According to the U.S. Bureau of Labor Statistics, treasury analyst employment is set to grow 12% faster than usual until 2024, putting graduated finance majors looking for an in-demand job in a sought-after position.
But naturally, the job isn’t for everyone say Alex Fopiano of Massachusetts. The treasury analyst role demands a lot from successful candidates- especially when involved with large holding companies — requiring expert cash flow management skills, clear communication techniques, and accurate risk assessment and forecasting abilities.
Currently, there are roughly 258,360 treasury analysts and similar financial professionals working across the United States of America to facilitate smooth cash flow. As per a statement published by the U.S. BLS, most work for private corporations, like holding firms, in numerous industries.
Put simply, where there is money, there is a treasury analyst says Alex Fopiano.
Alex Fopiano of Massachusetts on Treasury Analyst Duties
While the roles and responsibilities of a treasury analyst are broad, individuals interested in this area of employment need a minimum of an associate degree. Depending on their salary goals and promotion opportunities, they may require a master’s degree in business administration or finance to land higher-powered jobs says Alex Fopiano.
Due to the large-scale nature of holding companies managing handfuls of client accounts, treasury analysts in these firms hold great power. But, as the adage goes, with great power comes great responsibility says Alex Fopiano of Massachusetts.
While treasury analysts employed by a specific financial institution must log cash transactions, maintain records, and oversee transfers, those working in holding companies have much more on their plate. They must:
- make financial projections and cash flow improvement decisions.
- analyze current market conditions.
- provide ongoing support for those wishing to claim a long-term position in the market.
- evaluate investments, mergers, and other activities, ensuring they align with the ever-changing government and company policies and protocols.
- comprehend public filings, financial research, and economic publications.
- draft regular reports for distribution.
- maintain impeccable relationships with banking partners, clients, and company employees.
Educational Requirements Needed to Be a Successful Treasury Analyst
Since holding companies place many responsibilities on their treasury analysts, those looking to land the role need at least a bachelor’s degree in accounting, finance, or a different yet related field.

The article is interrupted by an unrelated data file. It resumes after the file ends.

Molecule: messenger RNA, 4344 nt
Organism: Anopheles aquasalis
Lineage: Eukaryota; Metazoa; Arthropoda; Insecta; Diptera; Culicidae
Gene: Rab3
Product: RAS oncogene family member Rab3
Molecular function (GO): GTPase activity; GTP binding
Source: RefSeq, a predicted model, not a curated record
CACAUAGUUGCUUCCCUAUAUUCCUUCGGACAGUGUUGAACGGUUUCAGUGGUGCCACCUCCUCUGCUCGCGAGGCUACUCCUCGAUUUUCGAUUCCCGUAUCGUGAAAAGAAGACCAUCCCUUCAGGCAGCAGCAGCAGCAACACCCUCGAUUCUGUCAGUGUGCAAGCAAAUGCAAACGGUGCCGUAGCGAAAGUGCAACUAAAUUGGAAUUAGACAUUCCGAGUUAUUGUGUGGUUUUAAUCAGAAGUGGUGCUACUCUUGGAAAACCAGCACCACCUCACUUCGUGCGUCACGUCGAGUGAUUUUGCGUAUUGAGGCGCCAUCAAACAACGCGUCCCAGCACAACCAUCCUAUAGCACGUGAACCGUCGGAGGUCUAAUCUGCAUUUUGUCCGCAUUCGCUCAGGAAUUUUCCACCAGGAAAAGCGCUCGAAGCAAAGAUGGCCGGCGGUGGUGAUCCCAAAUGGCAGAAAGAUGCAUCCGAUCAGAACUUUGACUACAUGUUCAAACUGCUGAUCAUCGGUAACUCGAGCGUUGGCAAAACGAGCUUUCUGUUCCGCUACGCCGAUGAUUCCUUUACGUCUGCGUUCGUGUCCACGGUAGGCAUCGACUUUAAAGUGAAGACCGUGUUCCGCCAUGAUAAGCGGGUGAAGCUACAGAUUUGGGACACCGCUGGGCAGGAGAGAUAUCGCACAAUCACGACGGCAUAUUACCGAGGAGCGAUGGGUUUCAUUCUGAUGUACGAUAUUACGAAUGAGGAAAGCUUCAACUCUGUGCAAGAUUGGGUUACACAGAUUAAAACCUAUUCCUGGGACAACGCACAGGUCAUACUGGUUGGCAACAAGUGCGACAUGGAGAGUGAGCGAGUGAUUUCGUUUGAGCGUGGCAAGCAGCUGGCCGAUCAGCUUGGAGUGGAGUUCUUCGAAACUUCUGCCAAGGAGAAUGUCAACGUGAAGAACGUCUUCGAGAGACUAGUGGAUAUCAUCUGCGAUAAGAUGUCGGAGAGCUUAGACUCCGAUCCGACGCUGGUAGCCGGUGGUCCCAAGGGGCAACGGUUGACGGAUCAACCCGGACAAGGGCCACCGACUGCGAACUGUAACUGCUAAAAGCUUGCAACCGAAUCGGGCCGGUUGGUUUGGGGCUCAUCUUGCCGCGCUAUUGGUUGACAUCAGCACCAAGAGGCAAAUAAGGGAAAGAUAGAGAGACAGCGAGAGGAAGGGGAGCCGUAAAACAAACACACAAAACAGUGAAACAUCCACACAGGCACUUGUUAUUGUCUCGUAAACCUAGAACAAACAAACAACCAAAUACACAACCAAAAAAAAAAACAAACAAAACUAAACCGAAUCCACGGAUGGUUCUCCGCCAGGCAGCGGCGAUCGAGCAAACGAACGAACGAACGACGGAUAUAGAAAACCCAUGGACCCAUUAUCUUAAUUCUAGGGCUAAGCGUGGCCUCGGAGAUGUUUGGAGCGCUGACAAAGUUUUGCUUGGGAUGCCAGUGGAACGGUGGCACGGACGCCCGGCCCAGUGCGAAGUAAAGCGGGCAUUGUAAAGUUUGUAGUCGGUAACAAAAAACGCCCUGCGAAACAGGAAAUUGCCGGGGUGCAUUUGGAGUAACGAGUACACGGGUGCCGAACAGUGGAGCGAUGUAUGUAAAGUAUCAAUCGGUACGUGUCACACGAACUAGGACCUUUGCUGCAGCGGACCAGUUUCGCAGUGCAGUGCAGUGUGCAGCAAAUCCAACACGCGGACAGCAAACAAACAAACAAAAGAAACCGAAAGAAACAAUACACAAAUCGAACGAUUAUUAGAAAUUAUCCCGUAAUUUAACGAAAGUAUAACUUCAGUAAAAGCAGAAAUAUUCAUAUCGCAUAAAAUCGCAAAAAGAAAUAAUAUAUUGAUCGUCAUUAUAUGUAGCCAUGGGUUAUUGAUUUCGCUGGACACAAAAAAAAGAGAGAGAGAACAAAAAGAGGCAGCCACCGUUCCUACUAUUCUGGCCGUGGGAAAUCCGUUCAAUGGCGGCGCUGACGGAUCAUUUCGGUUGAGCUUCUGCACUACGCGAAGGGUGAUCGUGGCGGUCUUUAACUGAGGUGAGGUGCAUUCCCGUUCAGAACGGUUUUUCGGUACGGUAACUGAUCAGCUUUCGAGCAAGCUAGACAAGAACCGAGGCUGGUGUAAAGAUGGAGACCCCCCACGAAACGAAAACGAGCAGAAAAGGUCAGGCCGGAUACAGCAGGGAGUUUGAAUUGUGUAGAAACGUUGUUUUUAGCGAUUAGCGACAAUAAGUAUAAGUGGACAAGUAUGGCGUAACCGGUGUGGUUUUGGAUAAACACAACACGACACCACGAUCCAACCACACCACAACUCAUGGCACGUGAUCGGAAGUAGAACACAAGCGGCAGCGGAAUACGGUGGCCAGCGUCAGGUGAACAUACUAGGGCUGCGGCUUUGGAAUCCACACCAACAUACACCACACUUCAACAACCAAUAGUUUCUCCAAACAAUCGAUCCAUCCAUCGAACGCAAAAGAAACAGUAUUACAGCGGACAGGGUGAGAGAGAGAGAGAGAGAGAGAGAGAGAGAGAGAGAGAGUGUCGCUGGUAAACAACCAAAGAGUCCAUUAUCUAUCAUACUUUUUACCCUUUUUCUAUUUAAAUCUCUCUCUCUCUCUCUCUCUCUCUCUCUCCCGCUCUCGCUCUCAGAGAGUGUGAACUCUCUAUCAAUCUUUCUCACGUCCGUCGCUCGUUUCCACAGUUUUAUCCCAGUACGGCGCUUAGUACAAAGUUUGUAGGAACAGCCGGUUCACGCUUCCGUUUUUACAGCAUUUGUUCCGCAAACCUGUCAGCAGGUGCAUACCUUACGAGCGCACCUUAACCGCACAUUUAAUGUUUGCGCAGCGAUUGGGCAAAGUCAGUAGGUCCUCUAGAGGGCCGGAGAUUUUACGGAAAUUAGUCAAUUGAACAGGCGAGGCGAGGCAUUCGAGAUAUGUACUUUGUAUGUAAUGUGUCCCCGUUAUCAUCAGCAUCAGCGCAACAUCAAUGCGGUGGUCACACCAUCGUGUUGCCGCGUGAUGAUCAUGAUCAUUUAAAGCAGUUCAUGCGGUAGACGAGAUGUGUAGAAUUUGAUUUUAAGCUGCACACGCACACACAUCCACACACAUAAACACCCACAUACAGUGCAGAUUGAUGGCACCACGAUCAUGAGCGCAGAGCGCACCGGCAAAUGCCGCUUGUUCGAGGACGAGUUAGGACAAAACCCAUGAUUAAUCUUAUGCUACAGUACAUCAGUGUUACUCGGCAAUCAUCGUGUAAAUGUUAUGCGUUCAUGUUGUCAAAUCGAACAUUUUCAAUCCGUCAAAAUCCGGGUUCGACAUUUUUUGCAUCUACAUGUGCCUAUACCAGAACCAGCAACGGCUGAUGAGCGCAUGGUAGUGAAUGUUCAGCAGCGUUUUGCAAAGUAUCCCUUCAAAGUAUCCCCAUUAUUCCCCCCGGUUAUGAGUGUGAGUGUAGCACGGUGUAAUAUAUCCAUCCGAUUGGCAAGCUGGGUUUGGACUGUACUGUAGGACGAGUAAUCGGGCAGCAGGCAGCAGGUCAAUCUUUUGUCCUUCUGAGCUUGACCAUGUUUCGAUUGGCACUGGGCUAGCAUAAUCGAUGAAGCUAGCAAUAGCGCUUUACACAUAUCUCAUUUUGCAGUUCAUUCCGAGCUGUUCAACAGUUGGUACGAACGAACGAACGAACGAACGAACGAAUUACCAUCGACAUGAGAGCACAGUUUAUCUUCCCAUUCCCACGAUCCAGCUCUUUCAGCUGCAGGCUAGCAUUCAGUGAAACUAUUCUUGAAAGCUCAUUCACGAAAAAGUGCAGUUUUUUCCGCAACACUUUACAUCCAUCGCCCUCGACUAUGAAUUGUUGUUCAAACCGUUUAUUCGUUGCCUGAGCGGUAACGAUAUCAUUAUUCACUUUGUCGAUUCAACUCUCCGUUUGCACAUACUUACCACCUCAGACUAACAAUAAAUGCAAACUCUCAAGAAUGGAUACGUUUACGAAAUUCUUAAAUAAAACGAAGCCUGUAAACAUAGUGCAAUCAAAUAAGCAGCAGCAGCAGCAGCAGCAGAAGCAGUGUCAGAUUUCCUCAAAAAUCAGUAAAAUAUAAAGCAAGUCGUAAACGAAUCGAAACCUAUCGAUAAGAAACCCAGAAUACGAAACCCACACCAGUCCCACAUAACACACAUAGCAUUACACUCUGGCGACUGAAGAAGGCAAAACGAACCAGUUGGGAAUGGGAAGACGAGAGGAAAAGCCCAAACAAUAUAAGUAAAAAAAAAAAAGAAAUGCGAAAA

Alex Fopiano of Massachusetts says that some universities even provide corporate treasury management programs to help budding treasury analysts along the way. Career consultants urge those interested in this career path to fill their electives with subjects like quantitative reasoning, banking, financial analysis, corporate finance, auditing, supply chain, and risk management.
Following graduation, most large, affluent holding firms require their treasury analysts to have at least two years of finance experience. While there are plenty of routes, the most successful candidates start as credit analysts, tax associates, auditors, or bookkeeping clerks says Alex Fopiano
Individuals looking to quickly advance their careers could acquire certification from the AFP as a Certified Treasury Professional. Alternatively, they may decide to head back to school to complete a master’s degree to broaden their analyst horizons and increase their earning potential.
The Technical and Personal Skills Required for a Treasury Analyst Position
Although formal education is important, the expectations placed on treasury analysts require more than a few certificates explains Alex Fopiano.
The best people for the job boast excellent communication, time management, and organizational skills. The economic world is often fast paced, necessitating quick yet accurate interpretations to ensure clients’ accounts head in the preferred direction.
On top of that, treasury analysts must be well-versed in banking and e-commerce software alongside Microsoft Office and the firm’s customer relationship management systems.
Treasury Analyst: A Lucrative Career with Fantastic Progression
Treasury analysts enjoy earnings above the market average, as well as job security and all sorts of potential for growth within the field explains Alex Fopiano of Massachusetts.
Entry-level analysts should expect to earn between $45,000 and $50,000. But with more experience, further education, extra certifications, and working for a large holding firm, they can hit six figures, even though the average salary is from $58,000 to $68,000.
Generally speaking, treasury analysts with five to ten years of experience will bring in anywhere from $62,000 and $75,000, with the most senior professionals racking up over $100,000 per year.
Naturally, Alex Fopiano says that location plays a part in money-making potential. Boston, New York, San Francisco, and Los Angeles often deliver higher salaries to those in the financial sector. Although, they deal with a higher cost of living too.
The Bottom Line
Individuals interested in financial assessments, creating accurate reports, and helping clients make effective cash and investment decisions will go far in the treasury analyst position — and make a lot of money doing it!